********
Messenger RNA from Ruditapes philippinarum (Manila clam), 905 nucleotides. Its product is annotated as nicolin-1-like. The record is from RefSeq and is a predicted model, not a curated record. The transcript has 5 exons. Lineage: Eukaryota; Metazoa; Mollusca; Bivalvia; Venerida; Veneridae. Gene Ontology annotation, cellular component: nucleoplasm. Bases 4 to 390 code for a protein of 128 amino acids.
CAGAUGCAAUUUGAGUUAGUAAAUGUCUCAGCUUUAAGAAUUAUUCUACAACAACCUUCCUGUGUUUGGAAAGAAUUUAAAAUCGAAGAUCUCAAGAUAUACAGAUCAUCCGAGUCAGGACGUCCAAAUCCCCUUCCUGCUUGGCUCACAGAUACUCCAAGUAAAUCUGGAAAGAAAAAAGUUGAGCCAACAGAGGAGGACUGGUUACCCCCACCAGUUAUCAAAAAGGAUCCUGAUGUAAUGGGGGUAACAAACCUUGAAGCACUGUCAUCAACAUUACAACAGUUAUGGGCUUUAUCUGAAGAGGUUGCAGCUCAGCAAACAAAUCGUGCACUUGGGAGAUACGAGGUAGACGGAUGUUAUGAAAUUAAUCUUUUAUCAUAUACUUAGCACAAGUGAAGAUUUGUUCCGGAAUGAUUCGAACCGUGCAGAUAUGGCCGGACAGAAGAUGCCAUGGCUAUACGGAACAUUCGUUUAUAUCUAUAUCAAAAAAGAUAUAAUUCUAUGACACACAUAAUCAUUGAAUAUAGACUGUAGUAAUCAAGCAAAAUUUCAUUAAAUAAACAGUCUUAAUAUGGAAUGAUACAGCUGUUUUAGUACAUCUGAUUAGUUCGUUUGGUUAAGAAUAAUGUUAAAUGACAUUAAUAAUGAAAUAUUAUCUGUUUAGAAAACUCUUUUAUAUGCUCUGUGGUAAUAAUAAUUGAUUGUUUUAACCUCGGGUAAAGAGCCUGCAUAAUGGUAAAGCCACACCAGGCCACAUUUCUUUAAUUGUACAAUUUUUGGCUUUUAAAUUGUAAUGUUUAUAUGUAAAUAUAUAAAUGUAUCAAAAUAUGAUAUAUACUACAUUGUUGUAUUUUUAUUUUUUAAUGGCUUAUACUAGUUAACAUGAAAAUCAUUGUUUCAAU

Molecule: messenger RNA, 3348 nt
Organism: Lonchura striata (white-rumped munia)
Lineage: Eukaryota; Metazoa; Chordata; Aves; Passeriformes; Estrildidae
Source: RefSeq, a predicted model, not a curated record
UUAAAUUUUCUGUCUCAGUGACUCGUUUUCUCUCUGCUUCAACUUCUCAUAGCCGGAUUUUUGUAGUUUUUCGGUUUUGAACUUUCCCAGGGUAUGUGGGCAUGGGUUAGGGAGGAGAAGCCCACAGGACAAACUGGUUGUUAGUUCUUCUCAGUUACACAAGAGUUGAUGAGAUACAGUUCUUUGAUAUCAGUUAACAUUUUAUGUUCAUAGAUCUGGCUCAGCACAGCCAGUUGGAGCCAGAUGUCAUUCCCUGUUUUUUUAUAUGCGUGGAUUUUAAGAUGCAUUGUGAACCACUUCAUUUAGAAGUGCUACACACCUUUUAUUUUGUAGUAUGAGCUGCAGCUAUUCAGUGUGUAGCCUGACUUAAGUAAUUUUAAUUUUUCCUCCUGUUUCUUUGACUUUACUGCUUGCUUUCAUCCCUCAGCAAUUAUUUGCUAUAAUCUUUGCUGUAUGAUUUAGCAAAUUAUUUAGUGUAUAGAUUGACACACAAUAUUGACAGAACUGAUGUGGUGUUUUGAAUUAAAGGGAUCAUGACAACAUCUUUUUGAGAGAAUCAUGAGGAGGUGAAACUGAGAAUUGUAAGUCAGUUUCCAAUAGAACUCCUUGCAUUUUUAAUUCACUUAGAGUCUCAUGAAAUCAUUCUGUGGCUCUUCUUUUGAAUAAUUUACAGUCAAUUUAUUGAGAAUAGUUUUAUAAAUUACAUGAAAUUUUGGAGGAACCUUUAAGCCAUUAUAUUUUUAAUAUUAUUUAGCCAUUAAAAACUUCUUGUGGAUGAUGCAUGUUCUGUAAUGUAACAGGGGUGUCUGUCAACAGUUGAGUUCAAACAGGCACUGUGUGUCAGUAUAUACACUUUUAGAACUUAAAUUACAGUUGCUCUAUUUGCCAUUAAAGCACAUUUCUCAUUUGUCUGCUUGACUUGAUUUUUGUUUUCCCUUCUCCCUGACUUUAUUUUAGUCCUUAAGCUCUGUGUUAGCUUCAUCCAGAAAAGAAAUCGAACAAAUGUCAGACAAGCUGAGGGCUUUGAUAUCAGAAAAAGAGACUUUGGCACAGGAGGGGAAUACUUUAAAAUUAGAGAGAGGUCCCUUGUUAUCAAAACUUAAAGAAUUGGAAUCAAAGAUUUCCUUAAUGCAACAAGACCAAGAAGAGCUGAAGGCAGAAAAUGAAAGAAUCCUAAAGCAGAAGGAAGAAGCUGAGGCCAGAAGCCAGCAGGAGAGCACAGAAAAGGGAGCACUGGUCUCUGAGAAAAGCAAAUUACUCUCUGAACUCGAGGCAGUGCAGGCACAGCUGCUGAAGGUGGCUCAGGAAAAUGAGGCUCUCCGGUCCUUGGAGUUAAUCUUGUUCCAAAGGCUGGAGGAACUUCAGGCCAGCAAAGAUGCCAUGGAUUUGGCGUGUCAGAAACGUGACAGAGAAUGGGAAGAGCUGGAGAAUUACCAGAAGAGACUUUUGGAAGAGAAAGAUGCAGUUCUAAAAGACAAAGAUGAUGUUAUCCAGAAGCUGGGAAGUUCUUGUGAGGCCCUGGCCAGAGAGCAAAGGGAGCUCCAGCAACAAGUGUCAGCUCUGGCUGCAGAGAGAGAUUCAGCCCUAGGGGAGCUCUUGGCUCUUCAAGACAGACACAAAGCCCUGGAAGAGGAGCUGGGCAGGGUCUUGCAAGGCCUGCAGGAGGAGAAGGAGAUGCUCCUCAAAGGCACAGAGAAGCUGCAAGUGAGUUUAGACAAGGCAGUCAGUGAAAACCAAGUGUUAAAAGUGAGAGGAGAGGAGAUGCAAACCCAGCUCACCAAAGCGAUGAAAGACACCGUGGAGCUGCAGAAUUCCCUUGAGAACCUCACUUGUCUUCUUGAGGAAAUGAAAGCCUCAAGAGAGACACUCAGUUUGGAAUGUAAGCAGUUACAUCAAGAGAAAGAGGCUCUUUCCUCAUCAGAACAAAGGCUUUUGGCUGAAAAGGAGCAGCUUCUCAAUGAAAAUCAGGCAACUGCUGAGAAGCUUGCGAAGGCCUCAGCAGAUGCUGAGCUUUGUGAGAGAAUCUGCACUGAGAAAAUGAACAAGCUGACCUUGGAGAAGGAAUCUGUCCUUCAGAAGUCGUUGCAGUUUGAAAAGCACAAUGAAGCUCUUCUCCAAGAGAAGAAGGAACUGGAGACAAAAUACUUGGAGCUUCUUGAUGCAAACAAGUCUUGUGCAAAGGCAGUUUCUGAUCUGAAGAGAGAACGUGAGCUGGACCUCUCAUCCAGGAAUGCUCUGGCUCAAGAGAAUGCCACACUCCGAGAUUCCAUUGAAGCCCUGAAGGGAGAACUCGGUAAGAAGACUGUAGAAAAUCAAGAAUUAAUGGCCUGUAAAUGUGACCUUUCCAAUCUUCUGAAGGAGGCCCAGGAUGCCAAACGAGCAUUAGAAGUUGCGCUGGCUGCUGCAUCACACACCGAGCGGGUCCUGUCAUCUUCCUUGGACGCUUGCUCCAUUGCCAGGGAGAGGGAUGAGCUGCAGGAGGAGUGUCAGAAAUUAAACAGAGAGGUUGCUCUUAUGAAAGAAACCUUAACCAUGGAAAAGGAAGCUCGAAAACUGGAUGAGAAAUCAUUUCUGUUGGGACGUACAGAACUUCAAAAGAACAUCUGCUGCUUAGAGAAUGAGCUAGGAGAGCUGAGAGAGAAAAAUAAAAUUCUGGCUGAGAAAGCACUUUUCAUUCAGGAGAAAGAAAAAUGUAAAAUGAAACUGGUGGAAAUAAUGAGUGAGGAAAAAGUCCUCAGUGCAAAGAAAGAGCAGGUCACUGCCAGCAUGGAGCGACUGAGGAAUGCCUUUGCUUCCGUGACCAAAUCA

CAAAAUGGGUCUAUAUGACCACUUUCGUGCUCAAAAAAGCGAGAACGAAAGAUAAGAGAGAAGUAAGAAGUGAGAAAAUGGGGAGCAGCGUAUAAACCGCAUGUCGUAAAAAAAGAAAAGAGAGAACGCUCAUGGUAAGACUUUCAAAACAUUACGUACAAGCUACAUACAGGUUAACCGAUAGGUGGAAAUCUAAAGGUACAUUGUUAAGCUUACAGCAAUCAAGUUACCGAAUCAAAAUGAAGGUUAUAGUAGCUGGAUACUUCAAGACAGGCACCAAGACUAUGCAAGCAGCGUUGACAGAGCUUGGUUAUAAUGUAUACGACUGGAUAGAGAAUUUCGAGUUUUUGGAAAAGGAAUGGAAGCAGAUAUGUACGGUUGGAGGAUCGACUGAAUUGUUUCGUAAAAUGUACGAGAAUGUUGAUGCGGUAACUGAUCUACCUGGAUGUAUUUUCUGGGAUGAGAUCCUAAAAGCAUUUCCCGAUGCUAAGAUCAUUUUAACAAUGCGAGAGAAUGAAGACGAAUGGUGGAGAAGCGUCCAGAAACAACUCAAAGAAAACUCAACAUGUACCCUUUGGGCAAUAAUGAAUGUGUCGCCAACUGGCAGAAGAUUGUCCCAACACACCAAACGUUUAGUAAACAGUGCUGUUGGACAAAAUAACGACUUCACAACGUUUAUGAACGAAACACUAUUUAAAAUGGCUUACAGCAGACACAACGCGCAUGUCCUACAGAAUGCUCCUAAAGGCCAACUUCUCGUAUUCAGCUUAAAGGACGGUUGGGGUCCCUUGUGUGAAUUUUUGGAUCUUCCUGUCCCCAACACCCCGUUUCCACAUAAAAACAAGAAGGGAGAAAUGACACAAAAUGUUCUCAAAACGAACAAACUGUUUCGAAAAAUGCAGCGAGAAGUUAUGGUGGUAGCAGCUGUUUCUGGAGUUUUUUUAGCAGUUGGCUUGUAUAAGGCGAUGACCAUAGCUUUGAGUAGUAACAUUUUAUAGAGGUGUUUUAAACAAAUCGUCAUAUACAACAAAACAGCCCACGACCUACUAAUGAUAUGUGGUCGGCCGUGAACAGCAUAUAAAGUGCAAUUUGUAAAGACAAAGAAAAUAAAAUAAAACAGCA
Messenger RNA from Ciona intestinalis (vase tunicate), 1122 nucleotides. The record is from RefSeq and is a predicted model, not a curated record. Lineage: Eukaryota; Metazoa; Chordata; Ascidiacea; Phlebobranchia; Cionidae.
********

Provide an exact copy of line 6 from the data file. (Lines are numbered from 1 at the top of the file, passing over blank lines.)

Source: RefSeq, a predicted model, not a curated record